Bill Day (left) and Dr Simon Mitchell during the dive for
Haast pilot Morgan Saxton's helicopter engine. Photo by
Sir Edmund Hillary's famous phrase "we knocked the
bastard off" continues to echo for generations of adventurers,
and none more so than deep-sea diver Bill Day (51), of
Wellington, and soon to be of Wanaka.
Top on his list of "bastards" is the wreck of the General
Grant, which sank in the treacherous waters off the
Auckland Islands in 1866, reportedly with a large cache of
gold on board.
Now, Mr Day, the founder of Seaworks Ltd, has added the
missing engine from the late Morgan Saxton's Robinson 22
helicopter to his list.
A 74m retrieval attempt last weekend by his friend and
colleague, Auckland deep-water diving specialist Dr Simon
Mitchell, is believed to be the deepest dive in the lake.
A second attempt is to be made this weekend.
Retrieving the engine is something Mr Day wants to do for his
newly-adopted community and the Wallis family, which is
spearheading the retrieval attempts.
Getting the engine back would have meaning for Mr Saxton's
family and friends, as well as help Transport Accident
Investigation Commission inspectors complete their report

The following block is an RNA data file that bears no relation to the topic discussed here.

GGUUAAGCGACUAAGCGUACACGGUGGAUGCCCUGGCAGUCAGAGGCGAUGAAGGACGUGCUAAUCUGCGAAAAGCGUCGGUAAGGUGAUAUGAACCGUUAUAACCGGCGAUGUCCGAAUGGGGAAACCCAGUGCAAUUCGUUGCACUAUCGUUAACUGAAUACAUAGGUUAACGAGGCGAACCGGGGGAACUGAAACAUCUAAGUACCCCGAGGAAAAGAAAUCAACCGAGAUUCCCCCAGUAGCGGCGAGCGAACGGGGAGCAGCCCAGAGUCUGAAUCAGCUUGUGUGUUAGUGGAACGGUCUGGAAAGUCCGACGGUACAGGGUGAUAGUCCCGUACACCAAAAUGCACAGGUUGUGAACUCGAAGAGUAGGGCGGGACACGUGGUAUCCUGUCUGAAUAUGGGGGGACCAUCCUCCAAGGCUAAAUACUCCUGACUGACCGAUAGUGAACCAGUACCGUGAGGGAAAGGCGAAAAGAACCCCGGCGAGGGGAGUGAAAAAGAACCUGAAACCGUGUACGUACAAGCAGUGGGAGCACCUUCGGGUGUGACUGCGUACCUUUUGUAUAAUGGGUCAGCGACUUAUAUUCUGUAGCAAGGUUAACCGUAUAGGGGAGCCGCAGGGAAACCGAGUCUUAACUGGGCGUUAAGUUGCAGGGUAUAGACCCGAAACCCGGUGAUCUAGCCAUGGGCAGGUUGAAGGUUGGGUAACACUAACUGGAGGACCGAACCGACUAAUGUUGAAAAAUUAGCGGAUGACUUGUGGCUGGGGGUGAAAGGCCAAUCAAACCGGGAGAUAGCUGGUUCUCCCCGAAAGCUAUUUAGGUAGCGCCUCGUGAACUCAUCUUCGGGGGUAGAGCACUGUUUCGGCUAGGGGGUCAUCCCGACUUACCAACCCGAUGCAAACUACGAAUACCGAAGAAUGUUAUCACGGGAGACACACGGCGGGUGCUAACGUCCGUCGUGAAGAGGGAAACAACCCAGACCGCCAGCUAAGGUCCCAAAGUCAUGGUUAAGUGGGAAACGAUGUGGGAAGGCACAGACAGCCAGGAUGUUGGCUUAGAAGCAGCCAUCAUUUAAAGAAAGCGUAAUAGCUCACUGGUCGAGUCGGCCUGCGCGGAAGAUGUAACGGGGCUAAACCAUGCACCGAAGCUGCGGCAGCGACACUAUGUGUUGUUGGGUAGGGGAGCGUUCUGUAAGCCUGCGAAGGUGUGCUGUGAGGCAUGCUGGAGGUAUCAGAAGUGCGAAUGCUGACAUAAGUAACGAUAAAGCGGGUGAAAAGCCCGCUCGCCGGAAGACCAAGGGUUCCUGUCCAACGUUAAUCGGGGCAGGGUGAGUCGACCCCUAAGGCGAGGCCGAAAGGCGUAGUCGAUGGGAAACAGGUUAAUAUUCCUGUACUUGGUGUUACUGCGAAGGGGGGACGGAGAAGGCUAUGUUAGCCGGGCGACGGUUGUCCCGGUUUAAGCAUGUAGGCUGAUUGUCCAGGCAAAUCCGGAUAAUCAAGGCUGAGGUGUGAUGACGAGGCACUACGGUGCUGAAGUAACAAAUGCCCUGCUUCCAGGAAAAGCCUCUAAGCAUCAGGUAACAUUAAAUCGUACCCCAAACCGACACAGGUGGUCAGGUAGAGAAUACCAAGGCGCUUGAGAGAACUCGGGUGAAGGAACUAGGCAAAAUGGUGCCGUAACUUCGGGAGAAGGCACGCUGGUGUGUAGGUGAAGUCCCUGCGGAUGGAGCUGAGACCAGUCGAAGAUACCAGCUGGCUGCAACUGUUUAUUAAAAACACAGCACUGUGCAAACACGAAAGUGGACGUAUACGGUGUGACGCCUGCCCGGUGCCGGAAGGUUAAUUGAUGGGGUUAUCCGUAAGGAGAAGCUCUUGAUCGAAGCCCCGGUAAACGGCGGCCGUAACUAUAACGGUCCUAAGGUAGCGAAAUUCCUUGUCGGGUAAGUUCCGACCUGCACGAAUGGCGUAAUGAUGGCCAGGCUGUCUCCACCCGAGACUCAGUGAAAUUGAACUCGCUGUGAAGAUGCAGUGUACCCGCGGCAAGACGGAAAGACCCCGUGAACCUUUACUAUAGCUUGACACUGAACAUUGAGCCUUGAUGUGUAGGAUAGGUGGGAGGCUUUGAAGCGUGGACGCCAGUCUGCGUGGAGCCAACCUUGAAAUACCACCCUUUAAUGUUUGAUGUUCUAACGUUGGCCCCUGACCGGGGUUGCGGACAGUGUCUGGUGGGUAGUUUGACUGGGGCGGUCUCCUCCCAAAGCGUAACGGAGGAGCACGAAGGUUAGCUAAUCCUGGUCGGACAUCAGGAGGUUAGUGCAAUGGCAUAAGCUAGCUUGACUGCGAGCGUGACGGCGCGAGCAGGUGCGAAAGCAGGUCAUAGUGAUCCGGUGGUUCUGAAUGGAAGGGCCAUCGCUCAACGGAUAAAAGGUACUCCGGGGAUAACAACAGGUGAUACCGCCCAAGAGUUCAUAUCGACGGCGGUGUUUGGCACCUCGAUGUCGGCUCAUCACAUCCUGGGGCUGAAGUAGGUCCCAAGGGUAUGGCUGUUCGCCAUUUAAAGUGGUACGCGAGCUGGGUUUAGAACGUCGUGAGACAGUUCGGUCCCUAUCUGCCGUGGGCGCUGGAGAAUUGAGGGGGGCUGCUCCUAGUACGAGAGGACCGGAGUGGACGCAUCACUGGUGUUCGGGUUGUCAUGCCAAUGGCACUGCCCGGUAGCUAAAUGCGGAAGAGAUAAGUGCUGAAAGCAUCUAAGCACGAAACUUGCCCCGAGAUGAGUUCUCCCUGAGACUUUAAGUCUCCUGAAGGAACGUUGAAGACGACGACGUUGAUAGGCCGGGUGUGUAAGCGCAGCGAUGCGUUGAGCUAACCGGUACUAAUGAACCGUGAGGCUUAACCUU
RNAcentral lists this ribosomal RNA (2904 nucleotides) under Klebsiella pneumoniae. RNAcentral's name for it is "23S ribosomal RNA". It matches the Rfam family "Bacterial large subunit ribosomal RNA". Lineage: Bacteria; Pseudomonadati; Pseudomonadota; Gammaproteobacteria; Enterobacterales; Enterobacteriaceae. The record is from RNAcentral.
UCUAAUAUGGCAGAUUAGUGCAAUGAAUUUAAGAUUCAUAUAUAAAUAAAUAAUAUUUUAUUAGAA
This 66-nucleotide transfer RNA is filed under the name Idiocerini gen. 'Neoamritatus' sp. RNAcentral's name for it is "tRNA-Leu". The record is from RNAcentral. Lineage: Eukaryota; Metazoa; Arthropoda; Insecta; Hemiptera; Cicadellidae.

into the November 1 accident, Mr Day said.
"The reality is, I am a recent arrival and very junior member
of the community and it is nice to be able to give something
back," he said.
Mr Day and his wife Karen intend to move permanently to their
Mt Barker home after their youngest son finishes school this
In November, navy and police dive squads refused to put a
diver 74m below the lake surface because regulations did not
allow the use of mixed gases.
But they could not afford a commercial-scale exercise with
decompression chamber and dive bell.
Nevertheless, the navy and police were able to retrieve Mr
Saxton's body and some pieces of helicopter using a
remotely-operated vehicle and a "Kiwi number-eight wire" hook
invention by local diver Brent Pihama.
Recent changes in breathing apparatus computer technology
meant the deep dive could now be done recreationally by
skilled divers, without the costs of a commercial operation,
Mr Day said.
The Saxton engine dive required the same research and
planning as a treasure hunt, before Dr Mitchell was sent
down, Mr Day said.
In the Auckland Islands, the water was not so deep but it was
cold, remote and rough.
The challenges in Wanaka were the depth of the lake and the
altitude, putting extra pressure on Dr Mitchell.
He carried a mixture of helium and oxygen in tanks, with
three different computer systems mixing it.
If the computers "disagreed" about the gas mixture, they were
programmed to go with a "majority decision".
If that system failed, Dr Mitchell had a manual mixing system